3. Establish an Apples-to-Apples Financial Baseline
After closing the deal, the private equity company and the portfolio company should establish an apples-to-apples financial and full-time equivalent baseline. This will allow them to understand how each company classifies its employees and functions. A granular insight into each role, salary, and department enables management teams to make accurate estimates, identify collaboration opportunities, and track the outcomes of these collaborations.
Private equity companies’ teams can set quantified targets that top managers can buy into. These managers can also request highly detailed planning and prioritize execution through value-capture summits. Meanwhile, sponsors and managers can align and prioritize initiatives.
4. Retain Talent
Private equity investors are usually skilled at identifying and retaining leadership talent. However, they can also use their talent-spotting skills to ensure the retention of mission-critical talent (employees who complete important activities and are difficult to replace), high-potential talent (high-performing employees who may rise to more senior roles), and value-creating talent (value creators who deliver the deal thesis and synergies).
5. Maintain a Healthy Culture in Management Practices
A healthy culture is equally as important in management practices as it is in teams themselves, especially when combining practices between marketing, sales, R&D, and other teams. Gary McGaghey explains that an aligned culture enables a united front and streamlines teams so they can all focus on the core deal rationale. If a company doesn’t address cultural-integration challenges, it will likely see lowered productivity, friction in the top team, and talent attrition. That’s why successful teams rigorously examine top-management practices and working norms to address cultural risk early.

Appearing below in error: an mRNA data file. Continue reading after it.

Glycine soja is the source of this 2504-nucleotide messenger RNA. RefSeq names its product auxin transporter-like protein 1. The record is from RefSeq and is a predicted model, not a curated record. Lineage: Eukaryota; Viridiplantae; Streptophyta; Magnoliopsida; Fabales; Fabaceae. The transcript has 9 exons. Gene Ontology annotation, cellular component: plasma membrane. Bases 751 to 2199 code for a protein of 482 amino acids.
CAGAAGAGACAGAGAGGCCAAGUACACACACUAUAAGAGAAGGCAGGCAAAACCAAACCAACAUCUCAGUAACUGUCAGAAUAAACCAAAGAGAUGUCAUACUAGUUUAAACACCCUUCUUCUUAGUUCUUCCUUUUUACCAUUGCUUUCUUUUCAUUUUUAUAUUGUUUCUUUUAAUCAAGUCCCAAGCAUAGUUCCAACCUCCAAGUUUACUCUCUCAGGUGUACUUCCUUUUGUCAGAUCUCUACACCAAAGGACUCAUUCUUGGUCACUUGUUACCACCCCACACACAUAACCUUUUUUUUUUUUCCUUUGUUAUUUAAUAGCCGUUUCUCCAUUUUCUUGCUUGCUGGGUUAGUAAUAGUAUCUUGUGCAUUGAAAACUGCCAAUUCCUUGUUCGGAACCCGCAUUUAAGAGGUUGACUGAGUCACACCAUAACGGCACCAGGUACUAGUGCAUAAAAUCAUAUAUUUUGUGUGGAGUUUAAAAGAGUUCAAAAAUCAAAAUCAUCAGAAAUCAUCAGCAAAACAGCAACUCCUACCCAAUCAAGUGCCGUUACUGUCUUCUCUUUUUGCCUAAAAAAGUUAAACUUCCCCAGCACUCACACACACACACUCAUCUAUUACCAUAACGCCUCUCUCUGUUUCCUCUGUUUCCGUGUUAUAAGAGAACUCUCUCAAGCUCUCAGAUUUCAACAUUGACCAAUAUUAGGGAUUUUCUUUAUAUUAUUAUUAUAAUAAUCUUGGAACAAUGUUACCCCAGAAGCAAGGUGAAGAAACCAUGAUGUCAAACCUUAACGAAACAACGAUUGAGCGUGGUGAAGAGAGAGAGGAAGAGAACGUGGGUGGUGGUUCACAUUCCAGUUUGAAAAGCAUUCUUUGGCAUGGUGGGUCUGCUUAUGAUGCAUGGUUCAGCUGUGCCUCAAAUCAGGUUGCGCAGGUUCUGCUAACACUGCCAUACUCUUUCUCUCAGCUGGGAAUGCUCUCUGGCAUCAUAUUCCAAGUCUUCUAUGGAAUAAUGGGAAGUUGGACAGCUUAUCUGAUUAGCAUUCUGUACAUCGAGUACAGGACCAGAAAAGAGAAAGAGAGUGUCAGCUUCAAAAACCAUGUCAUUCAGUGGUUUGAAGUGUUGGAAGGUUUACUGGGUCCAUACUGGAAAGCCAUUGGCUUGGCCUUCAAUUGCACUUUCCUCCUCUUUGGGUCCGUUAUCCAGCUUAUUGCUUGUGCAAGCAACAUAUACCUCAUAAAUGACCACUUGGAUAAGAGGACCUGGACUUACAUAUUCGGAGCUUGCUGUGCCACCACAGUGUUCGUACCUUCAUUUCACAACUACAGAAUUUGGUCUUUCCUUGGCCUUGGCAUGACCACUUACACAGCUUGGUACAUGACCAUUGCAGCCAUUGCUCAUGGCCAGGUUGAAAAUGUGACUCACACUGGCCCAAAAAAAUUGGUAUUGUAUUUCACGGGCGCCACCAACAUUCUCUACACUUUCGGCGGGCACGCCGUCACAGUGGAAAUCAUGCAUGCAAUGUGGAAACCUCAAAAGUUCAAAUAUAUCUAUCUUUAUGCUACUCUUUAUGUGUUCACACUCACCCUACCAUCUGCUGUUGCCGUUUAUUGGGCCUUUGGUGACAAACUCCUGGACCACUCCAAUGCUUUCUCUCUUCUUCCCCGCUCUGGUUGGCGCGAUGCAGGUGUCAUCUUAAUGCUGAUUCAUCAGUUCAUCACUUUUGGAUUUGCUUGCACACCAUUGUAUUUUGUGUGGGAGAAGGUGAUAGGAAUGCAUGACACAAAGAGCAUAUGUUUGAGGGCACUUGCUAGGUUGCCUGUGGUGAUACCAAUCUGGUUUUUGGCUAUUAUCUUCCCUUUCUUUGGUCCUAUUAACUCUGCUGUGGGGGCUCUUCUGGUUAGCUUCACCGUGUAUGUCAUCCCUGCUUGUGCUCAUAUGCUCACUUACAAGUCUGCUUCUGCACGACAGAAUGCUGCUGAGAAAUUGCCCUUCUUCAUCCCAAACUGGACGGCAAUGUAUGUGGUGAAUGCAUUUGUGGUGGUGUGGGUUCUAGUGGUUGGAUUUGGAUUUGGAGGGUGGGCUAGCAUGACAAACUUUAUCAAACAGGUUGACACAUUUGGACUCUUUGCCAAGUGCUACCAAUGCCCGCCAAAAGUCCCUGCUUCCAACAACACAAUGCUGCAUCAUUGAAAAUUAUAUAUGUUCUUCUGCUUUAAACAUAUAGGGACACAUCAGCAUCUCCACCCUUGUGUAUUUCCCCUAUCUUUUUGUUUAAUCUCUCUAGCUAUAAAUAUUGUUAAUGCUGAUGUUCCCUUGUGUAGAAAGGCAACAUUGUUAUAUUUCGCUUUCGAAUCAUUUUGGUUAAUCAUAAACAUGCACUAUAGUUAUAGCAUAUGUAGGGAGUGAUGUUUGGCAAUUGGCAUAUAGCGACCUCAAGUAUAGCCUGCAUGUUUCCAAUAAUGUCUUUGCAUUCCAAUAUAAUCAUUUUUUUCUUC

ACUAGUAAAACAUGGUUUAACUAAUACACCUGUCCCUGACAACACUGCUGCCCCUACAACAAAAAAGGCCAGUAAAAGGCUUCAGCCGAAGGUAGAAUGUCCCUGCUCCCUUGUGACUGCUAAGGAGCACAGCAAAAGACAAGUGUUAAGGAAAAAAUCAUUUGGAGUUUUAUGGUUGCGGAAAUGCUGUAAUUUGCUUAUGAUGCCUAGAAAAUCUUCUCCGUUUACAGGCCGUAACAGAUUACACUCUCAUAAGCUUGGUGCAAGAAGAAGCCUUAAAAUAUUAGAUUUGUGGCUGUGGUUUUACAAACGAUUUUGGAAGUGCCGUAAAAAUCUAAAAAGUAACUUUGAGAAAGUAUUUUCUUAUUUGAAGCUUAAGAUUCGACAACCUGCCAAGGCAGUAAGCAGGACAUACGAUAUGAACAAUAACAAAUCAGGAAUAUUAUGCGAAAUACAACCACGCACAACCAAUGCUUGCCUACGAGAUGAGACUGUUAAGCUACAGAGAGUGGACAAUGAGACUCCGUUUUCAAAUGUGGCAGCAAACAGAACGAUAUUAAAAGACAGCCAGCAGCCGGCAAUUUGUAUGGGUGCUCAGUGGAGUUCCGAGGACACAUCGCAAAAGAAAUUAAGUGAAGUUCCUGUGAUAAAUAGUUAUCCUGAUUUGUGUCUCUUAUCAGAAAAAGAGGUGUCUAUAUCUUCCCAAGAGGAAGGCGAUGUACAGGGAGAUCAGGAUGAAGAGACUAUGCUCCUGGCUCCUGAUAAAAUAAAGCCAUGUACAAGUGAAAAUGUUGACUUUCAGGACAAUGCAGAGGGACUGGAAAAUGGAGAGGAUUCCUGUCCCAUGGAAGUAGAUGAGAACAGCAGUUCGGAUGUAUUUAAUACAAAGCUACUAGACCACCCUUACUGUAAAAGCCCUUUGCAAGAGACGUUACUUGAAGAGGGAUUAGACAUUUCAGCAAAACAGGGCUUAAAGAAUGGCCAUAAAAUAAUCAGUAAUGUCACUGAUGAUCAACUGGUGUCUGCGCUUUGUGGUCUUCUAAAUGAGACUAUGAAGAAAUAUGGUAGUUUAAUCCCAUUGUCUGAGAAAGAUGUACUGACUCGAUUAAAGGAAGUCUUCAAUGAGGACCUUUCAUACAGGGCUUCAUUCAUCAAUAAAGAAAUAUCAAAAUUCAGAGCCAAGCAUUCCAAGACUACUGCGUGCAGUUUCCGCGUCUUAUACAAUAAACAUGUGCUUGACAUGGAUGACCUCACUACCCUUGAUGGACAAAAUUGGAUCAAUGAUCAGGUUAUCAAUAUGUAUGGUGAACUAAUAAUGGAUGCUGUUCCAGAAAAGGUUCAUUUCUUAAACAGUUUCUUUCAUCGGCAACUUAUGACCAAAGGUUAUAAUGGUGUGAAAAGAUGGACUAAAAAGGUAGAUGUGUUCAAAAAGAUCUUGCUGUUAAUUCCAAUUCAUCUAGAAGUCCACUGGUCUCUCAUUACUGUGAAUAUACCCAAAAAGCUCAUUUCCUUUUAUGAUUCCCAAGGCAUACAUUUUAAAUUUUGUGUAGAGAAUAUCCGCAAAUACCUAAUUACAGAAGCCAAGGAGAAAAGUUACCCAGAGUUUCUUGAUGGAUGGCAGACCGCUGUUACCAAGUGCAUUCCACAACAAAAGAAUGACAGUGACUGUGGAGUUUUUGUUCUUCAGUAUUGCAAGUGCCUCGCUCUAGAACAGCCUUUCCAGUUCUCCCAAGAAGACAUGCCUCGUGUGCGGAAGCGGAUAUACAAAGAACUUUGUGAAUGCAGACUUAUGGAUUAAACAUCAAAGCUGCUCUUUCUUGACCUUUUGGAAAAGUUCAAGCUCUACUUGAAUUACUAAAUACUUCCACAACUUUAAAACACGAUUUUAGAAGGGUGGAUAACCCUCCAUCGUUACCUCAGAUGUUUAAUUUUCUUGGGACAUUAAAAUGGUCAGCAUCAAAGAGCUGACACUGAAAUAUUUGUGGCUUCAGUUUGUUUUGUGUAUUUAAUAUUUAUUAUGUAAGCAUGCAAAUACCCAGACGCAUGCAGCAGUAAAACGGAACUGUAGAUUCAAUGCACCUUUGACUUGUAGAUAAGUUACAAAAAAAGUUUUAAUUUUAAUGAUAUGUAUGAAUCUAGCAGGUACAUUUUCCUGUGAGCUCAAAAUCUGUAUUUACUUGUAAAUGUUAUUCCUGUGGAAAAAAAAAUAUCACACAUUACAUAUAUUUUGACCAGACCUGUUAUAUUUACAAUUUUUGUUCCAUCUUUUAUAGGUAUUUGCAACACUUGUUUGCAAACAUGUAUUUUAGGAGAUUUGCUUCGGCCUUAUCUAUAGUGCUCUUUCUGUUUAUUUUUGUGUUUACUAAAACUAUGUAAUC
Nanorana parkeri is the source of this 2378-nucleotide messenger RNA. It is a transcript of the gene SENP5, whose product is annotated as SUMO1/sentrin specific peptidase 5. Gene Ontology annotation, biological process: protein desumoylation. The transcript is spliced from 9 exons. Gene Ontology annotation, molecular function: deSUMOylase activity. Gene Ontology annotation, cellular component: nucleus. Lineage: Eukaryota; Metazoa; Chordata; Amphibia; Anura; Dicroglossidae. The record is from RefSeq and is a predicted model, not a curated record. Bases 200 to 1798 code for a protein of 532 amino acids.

Improve Your Integrations
Gary McGaghey explains that following these practices can quickly improve integrations so you can generate improved top- and bottom-line results. An M&A integration can fuel return on investment across the ownership cycle, and, with these strategies, you can make this a core pillar of your portfolio strategy.
Pick up more insights from Gary McGaghey.
About Gary McGaghey
As a chartered management accountant in the UK and a chartered accountant in South Africa, Gary McGaghey has achieved financial transformation for private equity, privately owned, and listed companies on a global scale. He has completed a postgraduate Bachelor of Commerce degree with honours from the University of South Africa, a Bachelor of Commerce degree from the University of Natal, and the Financial Times’ Non-Director Executive Diploma. He is currently the Group CFO of the €1.3bn end-to-end marketing production and business services group Williams Lea Tag.
[CM1]Source: Rebecca Springer, Q2 2021 Analyst Note: Exploring trends in add-on acquisitions: US PE sees the buy-and-build escalate, innovate, and sophisticate, Pitchbook Data, April 12, 2021, pitchbook.com.